While universities in England are to be allowed to treble their fees in 2012-13, the Scottish National Party government has pledged not to introduce fees for home students north of the border.
However, in a statement today, Mike Russell, the Scottish education secretary, said that institutions would be allowed to increase fees for students from England, Wales and Northern Ireland from the current cap of £1,800, to a maximum of £9,000 a year.
Mr Russell said the government expected the average fee in Scotland to be lower than in England, suggesting a figure of around £6,375.
He added that the move would protect university places for Scottish students.
“Scotland has and always will welcome students from all over the world to our universities,” Mr Russell said.
“However, the decisions being taken in England could threaten the quality and competitiveness of our universities.
“We cannot allow Scotland to no longer be the best option and instead be known as the cheap option. We also must protect places for Scottish students.”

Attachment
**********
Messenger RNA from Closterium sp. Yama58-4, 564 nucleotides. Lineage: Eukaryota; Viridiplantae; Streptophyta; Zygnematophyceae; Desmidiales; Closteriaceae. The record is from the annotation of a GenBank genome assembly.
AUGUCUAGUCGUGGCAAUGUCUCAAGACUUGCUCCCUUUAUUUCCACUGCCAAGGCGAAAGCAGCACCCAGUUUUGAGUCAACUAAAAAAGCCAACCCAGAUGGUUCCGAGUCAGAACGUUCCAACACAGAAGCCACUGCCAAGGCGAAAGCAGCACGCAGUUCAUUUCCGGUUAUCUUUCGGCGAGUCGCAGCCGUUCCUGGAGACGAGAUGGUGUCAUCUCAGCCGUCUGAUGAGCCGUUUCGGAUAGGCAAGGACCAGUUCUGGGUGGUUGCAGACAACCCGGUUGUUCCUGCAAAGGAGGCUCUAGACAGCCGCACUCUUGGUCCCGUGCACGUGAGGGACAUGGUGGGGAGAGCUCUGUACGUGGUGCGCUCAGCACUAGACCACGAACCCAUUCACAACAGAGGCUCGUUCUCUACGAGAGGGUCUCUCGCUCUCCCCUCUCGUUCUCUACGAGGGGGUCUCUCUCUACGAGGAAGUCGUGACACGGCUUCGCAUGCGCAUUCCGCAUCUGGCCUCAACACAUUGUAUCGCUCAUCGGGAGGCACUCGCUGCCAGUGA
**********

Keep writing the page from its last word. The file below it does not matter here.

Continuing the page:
The National Union of Students Scotland said it opposed the “introduction of a market into Scottish higher education”, noting that the £9,000 cap could result in the quadrupling of fees for students from England, Wales and Northern Ireland.
Robin Parker, NUS Scotland president-elect, said: “Ultimate responsibility for this decision on fees lies with the Westminster government…However, in being forced to make a decision, we believe the Scottish government has made entirely the wrong choice…There’s more than an element of hypocrisy here.
"The SNP rejected a market in tuition fees for Scottish students prior to the election, only to introduce one immediately after for students from the rest of the UK.
"This seems incredibly unfair, especially when the SNP have talked so much about the importance of access to university based on ability, not ability to pay.”
The sentiment was echoed by the University and College Union Scotland, which warned that the changes “could bring chaos to the admissions system as universities attempt to set fees at different levels to maximise this extra funding stream from English students”.
Gordon Watson, UCU Scotland president, said: “UCU opposes fees and this change would go against the SNP commitment on fees.
"It is perverse that the SNP, who fought an election on the promise of no tuition fees, can justify introducing an English system for other UK students in Scotland.”